Animale is an interesting fragrance to explain. It’s sort of a chypre, it has all the classical stylings of a chypre but with an extra added jolt of pure dirty, animal smell. Oh, don’t get me wrong here. It’s fantastic stuff.
In Bottle: Heavy, heady, powerful. Three words you’ll probably used to describe animale. Even in the bottle, this stuff is strong. I get civet immediately mixed with a blend of florals. It has that decidedly unique chypre scent to it as well.
Applied: Starts off with a big of bergamot. Barely enough to even detect as Animale develops the civet slowly and carefully but the civet is strong and the civet definitely makes this scent smell dirty and animalic. The animalic notes in this creep up rather than blast you full on right away like it does in the bottle but you’ll be smelling full-on animal before you know it. On skin, civet takes its time at first as the fragrance moves into a mid-stage that’s incredibly reminiscent of a chypre with jasmine making a loud proclamation as the civet creeps in more and more, amping up the volume. The rosewood, adds even more dirty with a little woodsiness in case you didn’t think civet was enough. This is a chypre but it’s a distinct dirty chypre that will march to its own beat if it wants to. As the fragrance dies down, there’s a smooth patch of oakmoss and vetiver layered over that civet note that I had been too distracted to notice. The civet’s used rather well here, but the dry down does bother me a bit with this slick, almost oily scent. I imagine that was the coconut making its way in. So opening and mid-stage are fascinating. End stage is great save for that weird slick scent I got. Still, Animale is fantastic if you like heavy, powerful, heady fragrances.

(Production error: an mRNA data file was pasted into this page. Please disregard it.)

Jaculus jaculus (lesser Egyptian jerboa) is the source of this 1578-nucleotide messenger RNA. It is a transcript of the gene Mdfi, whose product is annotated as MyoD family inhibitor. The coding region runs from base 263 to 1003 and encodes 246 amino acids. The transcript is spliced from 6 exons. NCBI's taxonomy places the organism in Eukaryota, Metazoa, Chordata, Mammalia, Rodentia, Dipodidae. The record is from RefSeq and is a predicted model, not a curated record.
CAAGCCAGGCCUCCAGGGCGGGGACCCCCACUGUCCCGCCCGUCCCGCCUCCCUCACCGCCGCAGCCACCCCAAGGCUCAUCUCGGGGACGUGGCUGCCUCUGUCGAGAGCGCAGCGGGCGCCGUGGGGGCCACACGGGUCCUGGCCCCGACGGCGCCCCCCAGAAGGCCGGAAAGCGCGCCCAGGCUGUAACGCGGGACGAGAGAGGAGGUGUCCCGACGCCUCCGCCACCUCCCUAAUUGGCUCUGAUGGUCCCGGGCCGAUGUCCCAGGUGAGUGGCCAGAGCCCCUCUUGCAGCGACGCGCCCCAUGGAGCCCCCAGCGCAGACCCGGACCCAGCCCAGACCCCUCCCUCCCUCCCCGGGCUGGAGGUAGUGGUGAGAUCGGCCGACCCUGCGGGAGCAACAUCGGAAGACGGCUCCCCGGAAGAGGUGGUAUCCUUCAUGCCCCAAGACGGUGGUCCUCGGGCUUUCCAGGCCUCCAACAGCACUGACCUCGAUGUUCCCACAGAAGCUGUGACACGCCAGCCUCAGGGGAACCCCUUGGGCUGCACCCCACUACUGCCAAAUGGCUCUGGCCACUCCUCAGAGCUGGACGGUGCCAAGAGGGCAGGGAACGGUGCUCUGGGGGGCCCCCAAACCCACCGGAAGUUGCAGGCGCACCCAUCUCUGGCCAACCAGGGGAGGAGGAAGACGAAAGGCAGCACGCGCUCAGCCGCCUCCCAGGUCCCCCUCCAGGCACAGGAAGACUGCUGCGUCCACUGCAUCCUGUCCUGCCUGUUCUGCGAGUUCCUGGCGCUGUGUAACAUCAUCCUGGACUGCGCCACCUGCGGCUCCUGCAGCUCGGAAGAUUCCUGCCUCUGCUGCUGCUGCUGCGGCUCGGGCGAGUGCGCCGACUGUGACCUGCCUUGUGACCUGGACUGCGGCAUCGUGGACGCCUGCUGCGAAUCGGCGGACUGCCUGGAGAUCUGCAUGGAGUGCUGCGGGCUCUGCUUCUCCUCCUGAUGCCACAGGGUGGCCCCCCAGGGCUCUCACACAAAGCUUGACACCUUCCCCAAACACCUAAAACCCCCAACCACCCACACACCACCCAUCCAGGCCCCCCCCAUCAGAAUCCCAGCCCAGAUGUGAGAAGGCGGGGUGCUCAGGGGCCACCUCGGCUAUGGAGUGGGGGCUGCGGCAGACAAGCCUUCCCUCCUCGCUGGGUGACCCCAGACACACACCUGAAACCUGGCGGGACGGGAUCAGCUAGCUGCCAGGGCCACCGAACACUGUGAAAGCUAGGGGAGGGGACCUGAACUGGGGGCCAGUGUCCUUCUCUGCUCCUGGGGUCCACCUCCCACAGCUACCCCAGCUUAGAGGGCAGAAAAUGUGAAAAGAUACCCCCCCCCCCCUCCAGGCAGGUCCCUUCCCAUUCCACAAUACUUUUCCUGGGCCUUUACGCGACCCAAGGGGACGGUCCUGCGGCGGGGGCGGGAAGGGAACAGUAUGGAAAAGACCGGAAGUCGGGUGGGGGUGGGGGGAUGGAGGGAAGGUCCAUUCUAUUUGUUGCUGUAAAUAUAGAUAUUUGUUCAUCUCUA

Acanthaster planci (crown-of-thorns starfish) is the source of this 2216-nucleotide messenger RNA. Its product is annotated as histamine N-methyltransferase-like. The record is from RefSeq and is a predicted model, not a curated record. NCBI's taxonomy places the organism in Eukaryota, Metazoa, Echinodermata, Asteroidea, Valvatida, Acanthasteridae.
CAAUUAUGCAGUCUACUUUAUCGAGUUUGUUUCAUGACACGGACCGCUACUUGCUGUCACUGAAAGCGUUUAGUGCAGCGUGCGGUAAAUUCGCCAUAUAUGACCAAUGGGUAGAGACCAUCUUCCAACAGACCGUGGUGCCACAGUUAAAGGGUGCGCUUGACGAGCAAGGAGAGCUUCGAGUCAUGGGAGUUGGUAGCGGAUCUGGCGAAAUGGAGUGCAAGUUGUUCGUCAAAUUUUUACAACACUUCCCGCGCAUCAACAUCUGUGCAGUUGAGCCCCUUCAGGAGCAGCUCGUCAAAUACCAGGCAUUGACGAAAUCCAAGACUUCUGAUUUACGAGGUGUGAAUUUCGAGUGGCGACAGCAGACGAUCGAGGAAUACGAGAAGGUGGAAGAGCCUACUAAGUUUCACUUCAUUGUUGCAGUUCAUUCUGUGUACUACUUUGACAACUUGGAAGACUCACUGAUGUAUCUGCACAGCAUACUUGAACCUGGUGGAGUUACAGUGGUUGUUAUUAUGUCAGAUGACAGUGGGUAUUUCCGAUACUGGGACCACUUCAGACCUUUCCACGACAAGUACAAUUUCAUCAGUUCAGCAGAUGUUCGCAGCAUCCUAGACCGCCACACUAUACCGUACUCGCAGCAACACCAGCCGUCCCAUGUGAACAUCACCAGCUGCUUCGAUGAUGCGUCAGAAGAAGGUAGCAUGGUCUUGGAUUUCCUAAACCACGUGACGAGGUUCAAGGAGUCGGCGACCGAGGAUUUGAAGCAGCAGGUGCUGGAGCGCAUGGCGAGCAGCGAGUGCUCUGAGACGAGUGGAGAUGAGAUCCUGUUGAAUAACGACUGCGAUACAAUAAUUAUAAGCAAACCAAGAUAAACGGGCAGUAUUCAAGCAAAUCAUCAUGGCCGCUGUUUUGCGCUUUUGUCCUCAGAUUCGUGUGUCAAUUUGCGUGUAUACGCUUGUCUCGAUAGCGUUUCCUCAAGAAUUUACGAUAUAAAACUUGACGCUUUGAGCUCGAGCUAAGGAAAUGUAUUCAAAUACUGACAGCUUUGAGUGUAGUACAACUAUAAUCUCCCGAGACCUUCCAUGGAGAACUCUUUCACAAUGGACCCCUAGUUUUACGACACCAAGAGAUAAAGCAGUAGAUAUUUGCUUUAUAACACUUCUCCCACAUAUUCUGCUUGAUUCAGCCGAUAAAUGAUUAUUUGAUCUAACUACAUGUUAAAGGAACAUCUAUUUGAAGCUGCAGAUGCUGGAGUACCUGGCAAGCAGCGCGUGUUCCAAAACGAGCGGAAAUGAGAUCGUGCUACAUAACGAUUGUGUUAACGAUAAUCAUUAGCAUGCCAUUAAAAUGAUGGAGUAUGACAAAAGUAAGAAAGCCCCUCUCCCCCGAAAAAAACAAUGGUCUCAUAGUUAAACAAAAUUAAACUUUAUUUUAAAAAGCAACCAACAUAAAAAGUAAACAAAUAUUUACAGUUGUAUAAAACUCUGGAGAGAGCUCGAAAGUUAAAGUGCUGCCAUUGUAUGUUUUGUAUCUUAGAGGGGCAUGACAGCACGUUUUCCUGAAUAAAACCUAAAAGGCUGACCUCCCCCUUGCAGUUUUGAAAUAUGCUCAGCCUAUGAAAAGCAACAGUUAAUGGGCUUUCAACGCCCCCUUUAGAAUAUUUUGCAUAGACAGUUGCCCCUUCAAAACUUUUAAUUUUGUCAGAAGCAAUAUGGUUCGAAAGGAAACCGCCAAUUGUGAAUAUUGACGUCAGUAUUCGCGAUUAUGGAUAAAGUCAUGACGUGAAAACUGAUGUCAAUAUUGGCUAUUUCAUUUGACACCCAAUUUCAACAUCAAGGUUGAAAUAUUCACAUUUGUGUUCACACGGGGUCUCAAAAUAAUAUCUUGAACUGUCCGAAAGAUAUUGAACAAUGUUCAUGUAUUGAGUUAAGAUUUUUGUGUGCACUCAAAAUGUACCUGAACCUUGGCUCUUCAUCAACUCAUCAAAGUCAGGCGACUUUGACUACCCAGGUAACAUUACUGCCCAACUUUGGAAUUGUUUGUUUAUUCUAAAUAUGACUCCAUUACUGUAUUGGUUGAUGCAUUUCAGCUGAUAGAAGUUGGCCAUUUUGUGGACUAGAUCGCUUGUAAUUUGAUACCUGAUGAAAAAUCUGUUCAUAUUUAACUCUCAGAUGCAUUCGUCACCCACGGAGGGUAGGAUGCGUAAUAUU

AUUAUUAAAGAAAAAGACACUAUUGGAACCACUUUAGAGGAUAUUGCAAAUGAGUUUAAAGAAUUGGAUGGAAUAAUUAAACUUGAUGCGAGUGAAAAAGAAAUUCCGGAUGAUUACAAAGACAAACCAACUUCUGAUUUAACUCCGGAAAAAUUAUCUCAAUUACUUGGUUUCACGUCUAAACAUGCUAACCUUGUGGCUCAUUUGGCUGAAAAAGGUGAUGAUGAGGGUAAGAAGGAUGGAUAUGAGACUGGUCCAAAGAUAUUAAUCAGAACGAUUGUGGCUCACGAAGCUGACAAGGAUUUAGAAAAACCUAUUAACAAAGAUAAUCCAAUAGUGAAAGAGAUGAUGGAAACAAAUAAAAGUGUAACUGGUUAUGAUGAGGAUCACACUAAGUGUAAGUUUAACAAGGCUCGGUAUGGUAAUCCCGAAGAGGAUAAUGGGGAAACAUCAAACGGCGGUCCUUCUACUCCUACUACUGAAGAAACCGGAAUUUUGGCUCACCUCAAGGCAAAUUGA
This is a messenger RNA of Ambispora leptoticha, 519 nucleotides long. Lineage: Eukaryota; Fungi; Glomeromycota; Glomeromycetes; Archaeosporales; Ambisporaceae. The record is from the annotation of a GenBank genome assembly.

Extra: Animale, the brand began in 1987 which was also the time that original Animale (reviewed in this post) was created. In 1990 the company was sold, and in 2004 it was sold once again. Sometime during the 1990s, Animale shifted away from being a chypre and became more of a floral oriental. I liked it a lot more as a chypre.
Design: Very 80s! Brings back fond memories of elementary school, and TGIF shows. I’d huddle around this tiny TV with my cousins and we’d watch Family Matters, Full House, Fresh Prince, and a whole host of other family-friendly sitcoms. Long story short: This bottle reminds me of late 80s and early 90s aesthetics and fashion. I think the word I want here is ‘funky’. Not necessarily well-designed as I imagine people these days would consider this kind of aesthetic hideous. The bottle design hasn’t aged well, that’s for sure. As for me, I grew up in the late 80s and 90s so I’ll let someone else harsh on this bottle.
Fragrance Family: Chypre
Notes: Coriander, hyacinth, bergamot, neroli, carnation, honey, orris root, rosewood, jasmine, ylang-ylang, lily of the valley, rose, patchouli, coconut, oakmoss, vetiver, civet, musk.
Now that the review and nostalgia are all over, would I wear Animale? Probably not. The civet really turns me off on the fragrance. I’m a big baby when it comes to civet, almost always I find it too strong and I’m no where near confident enough to rock civet. That doesn’t mean Animale isn’t fantastic. I like it for what it is, but maybe that’s part of the nostalgia talking.
Reviewed in This Post: Animale, ~1989, Eau de Parfum.